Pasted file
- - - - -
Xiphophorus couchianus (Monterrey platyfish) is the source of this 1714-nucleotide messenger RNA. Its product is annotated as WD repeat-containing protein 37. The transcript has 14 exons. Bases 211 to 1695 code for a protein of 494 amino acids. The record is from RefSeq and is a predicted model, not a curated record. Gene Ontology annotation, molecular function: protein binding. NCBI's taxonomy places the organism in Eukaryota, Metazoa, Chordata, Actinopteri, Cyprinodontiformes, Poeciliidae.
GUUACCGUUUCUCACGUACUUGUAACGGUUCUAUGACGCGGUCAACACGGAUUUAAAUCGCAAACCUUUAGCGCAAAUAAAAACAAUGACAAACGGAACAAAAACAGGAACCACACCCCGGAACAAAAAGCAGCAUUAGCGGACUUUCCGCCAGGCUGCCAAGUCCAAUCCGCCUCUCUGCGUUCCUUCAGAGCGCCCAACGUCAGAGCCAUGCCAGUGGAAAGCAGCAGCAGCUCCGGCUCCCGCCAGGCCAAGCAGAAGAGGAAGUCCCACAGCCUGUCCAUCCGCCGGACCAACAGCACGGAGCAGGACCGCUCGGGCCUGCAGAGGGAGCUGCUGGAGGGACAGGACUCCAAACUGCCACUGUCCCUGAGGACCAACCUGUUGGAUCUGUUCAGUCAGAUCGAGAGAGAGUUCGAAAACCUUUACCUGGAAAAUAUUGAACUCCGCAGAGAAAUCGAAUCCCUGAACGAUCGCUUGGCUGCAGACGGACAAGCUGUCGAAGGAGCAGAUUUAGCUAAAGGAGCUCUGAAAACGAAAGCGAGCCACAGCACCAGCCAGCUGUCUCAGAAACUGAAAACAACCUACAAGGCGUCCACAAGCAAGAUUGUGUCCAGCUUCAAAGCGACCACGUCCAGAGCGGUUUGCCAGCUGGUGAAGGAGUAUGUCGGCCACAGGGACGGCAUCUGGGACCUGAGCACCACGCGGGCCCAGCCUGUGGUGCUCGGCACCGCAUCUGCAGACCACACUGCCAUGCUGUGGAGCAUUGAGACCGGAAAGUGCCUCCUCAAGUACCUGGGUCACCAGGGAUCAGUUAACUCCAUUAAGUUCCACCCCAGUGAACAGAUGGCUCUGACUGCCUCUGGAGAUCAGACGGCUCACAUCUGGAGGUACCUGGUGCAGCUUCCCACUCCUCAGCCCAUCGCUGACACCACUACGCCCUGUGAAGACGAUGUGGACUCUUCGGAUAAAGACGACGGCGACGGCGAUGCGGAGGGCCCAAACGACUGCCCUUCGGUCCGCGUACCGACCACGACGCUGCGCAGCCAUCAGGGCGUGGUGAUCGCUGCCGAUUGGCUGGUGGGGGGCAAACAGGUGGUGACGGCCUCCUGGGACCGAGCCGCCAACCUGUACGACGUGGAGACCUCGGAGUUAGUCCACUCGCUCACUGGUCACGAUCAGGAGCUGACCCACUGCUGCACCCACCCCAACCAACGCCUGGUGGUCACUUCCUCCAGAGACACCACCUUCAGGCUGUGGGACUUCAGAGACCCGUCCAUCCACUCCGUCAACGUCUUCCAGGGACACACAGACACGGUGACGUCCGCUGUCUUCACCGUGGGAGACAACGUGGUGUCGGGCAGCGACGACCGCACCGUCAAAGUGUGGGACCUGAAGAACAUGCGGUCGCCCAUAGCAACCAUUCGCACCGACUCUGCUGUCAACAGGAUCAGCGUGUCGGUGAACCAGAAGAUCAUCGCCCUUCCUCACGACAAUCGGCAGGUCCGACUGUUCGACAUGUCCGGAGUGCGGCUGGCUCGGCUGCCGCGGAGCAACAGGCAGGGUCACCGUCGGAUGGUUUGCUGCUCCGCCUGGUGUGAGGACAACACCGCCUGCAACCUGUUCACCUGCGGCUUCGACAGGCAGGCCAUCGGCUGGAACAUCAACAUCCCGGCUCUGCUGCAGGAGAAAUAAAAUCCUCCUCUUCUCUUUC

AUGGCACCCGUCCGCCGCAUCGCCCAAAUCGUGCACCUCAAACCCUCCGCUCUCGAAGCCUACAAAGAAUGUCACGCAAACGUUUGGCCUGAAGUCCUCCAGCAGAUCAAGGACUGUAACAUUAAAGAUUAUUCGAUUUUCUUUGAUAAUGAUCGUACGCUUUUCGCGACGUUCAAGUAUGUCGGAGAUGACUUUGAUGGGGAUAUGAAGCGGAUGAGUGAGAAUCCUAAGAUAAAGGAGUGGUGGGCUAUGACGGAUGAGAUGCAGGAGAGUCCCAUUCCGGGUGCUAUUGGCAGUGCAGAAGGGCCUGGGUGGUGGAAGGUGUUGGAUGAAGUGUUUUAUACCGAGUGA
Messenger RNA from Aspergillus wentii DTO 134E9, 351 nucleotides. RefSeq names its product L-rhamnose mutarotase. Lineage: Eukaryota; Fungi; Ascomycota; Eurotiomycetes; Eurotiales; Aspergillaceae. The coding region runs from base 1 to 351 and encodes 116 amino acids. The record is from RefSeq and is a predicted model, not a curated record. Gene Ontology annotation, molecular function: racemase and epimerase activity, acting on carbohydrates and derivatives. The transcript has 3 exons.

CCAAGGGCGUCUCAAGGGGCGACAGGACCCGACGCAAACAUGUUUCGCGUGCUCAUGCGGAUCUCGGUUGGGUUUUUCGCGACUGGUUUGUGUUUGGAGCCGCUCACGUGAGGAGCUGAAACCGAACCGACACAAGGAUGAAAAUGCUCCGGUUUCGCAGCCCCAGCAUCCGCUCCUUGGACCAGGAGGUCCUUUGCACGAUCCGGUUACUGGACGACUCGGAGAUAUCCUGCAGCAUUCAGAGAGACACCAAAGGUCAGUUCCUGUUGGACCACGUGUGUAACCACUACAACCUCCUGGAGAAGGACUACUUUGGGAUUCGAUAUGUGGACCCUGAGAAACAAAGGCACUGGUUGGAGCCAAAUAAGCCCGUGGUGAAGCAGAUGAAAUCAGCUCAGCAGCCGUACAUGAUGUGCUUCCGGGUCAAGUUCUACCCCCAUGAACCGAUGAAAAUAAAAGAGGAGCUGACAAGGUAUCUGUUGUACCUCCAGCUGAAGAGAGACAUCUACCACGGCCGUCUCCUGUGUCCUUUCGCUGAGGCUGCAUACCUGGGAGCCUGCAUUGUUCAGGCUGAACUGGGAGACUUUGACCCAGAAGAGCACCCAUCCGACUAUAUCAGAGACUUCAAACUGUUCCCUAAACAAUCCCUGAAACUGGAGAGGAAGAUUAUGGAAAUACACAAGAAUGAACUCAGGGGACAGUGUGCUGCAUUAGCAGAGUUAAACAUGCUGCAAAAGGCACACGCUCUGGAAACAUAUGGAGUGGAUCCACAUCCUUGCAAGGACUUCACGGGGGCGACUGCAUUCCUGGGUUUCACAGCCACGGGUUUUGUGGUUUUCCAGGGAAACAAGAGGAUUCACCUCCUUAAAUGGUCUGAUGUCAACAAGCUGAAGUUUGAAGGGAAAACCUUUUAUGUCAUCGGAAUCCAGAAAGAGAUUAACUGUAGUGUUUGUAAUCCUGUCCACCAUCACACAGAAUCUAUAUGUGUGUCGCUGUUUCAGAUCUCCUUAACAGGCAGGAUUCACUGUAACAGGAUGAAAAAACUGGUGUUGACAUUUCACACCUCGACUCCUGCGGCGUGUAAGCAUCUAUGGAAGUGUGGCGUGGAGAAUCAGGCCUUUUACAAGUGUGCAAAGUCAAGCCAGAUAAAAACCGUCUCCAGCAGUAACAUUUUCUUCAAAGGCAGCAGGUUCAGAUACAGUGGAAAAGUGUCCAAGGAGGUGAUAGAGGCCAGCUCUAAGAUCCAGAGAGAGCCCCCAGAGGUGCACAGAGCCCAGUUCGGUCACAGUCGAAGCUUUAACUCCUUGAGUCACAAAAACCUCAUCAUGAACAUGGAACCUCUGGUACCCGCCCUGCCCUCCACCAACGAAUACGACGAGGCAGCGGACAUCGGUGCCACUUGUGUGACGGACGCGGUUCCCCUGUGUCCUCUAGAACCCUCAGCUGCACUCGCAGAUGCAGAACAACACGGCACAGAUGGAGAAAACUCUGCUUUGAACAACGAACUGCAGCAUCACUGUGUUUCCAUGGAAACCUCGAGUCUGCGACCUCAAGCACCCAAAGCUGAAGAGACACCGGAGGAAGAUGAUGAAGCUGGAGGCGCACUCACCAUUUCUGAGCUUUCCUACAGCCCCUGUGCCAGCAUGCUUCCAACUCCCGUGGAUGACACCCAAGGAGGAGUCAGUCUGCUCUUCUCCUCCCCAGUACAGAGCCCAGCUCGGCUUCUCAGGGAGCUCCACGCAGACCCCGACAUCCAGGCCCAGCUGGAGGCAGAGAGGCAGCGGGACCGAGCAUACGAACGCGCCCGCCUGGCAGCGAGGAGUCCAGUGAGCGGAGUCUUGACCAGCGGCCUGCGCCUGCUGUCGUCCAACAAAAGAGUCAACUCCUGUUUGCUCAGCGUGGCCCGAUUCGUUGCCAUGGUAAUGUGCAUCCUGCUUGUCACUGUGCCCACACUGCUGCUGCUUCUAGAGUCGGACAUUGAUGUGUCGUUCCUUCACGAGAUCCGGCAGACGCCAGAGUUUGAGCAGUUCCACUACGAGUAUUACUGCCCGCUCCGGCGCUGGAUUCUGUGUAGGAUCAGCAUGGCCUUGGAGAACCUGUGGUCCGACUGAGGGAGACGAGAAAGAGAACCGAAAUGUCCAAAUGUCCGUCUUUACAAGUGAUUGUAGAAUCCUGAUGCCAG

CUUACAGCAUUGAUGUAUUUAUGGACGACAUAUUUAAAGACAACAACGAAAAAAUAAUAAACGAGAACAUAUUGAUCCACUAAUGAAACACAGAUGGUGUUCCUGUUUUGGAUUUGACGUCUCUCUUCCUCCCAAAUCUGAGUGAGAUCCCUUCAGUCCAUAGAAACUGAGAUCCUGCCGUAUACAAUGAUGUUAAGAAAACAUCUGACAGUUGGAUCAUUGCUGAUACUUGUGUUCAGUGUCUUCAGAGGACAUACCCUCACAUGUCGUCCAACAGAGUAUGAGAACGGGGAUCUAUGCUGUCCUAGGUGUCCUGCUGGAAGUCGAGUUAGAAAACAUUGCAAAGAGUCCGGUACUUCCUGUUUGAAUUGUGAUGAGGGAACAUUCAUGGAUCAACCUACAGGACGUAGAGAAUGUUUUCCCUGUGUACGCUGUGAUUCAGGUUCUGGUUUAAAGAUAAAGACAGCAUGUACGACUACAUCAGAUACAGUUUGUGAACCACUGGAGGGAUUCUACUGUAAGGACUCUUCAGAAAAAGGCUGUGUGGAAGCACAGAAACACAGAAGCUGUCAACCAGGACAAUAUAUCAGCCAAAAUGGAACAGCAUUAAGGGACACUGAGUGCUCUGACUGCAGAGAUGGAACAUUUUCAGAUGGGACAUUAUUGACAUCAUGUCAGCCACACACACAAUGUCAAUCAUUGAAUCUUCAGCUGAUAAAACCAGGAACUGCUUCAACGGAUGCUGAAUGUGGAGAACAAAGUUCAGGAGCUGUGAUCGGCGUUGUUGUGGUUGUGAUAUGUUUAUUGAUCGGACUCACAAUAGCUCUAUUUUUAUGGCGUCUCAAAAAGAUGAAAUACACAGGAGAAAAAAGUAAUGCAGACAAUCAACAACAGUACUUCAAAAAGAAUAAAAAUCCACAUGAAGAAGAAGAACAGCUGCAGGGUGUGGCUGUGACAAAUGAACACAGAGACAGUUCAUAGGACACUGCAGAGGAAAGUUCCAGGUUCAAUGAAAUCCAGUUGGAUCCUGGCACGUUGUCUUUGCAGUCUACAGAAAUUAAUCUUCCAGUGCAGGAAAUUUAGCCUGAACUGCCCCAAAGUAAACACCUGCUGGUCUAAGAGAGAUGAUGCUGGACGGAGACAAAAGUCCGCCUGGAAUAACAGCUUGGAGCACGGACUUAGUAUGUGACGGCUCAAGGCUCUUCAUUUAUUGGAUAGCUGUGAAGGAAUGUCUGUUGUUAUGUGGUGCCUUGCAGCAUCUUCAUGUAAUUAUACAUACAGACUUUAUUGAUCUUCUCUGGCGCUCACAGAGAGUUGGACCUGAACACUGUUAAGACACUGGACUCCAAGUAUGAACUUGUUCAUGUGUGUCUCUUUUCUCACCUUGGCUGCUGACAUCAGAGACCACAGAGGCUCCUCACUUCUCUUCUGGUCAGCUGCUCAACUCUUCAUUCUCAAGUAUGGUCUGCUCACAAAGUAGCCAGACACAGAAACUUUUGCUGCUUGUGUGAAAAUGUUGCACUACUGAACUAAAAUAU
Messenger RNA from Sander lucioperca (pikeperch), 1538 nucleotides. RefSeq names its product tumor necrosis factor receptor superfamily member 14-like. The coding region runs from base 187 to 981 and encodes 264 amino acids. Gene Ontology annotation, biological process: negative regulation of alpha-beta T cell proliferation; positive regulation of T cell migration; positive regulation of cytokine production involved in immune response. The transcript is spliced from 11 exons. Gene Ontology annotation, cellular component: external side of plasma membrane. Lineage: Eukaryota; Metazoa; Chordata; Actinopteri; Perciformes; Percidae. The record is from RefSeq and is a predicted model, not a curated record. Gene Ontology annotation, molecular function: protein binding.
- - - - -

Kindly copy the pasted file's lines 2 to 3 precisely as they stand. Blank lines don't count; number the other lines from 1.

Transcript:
GUUACCGUUUCUCACGUACUUGUAACGGUUCUAUGACGCGGUCAACACGGAUUUAAAUCGCAAACCUUUAGCGCAAAUAAAAACAAUGACAAACGGAACAAAAACAGGAACCACACCCCGGAACAAAAAGCAGCAUUAGCGGACUUUCCGCCAGGCUGCCAAGUCCAAUCCGCCUCUCUGCGUUCCUUCAGAGCGCCCAACGUCAGAGCCAUGCCAGUGGAAAGCAGCAGCAGCUCCGGCUCCCGCCAGGCCAAGCAGAAGAGGAAGUCCCACAGCCUGUCCAUCCGCCGGACCAACAGCACGGAGCAGGACCGCUCGGGCCUGCAGAGGGAGCUGCUGGAGGGACAGGACUCCAAACUGCCACUGUCCCUGAGGACCAACCUGUUGGAUCUGUUCAGUCAGAUCGAGAGAGAGUUCGAAAACCUUUACCUGGAAAAUAUUGAACUCCGCAGAGAAAUCGAAUCCCUGAACGAUCGCUUGGCUGCAGACGGACAAGCUGUCGAAGGAGCAGAUUUAGCUAAAGGAGCUCUGAAAACGAAAGCGAGCCACAGCACCAGCCAGCUGUCUCAGAAACUGAAAACAACCUACAAGGCGUCCACAAGCAAGAUUGUGUCCAGCUUCAAAGCGACCACGUCCAGAGCGGUUUGCCAGCUGGUGAAGGAGUAUGUCGGCCACAGGGACGGCAUCUGGGACCUGAGCACCACGCGGGCCCAGCCUGUGGUGCUCGGCACCGCAUCUGCAGACCACACUGCCAUGCUGUGGAGCAUUGAGACCGGAAAGUGCCUCCUCAAGUACCUGGGUCACCAGGGAUCAGUUAACUCCAUUAAGUUCCACCCCAGUGAACAGAUGGCUCUGACUGCCUCUGGAGAUCAGACGGCUCACAUCUGGAGGUACCUGGUGCAGCUUCCCACUCCUCAGCCCAUCGCUGACACCACUACGCCCUGUGAAGACGAUGUGGACUCUUCGGAUAAAGACGACGGCGACGGCGAUGCGGAGGGCCCAAACGACUGCCCUUCGGUCCGCGUACCGACCACGACGCUGCGCAGCCAUCAGGGCGUGGUGAUCGCUGCCGAUUGGCUGGUGGGGGGCAAACAGGUGGUGACGGCCUCCUGGGACCGAGCCGCCAACCUGUACGACGUGGAGACCUCGGAGUUAGUCCACUCGCUCACUGGUCACGAUCAGGAGCUGACCCACUGCUGCACCCACCCCAACCAACGCCUGGUGGUCACUUCCUCCAGAGACACCACCUUCAGGCUGUGGGACUUCAGAGACCCGUCCAUCCACUCCGUCAACGUCUUCCAGGGACACACAGACACGGUGACGUCCGCUGUCUUCACCGUGGGAGACAACGUGGUGUCGGGCAGCGACGACCGCACCGUCAAAGUGUGGGACCUGAAGAACAUGCGGUCGCCCAUAGCAACCAUUCGCACCGACUCUGCUGUCAACAGGAUCAGCGUGUCGGUGAACCAGAAGAUCAUCGCCCUUCCUCACGACAAUCGGCAGGUCCGACUGUUCGACAUGUCCGGAGUGCGGCUGGCUCGGCUGCCGCGGAGCAACAGGCAGGGUCACCGUCGGAUGGUUUGCUGCUCCGCCUGGUGUGAGGACAACACCGCCUGCAACCUGUUCACCUGCGGCUUCGACAGGCAGGCCAUCGGCUGGAACAUCAACAUCCCGGCUCUGCUGCAGGAGAAAUAAAAUCCUCCUCUUCUCUUUC

AUGGCACCCGUCCGCCGCAUCGCCCAAAUCGUGCACCUCAAACCCUCCGCUCUCGAAGCCUACAAAGAAUGUCACGCAAACGUUUGGCCUGAAGUCCUCCAGCAGAUCAAGGACUGUAACAUUAAAGAUUAUUCGAUUUUCUUUGAUAAUGAUCGUACGCUUUUCGCGACGUUCAAGUAUGUCGGAGAUGACUUUGAUGGGGAUAUGAAGCGGAUGAGUGAGAAUCCUAAGAUAAAGGAGUGGUGGGCUAUGACGGAUGAGAUGCAGGAGAGUCCCAUUCCGGGUGCUAUUGGCAGUGCAGAAGGGCCUGGGUGGUGGAAGGUGUUGGAUGAAGUGUUUUAUACCGAGUGA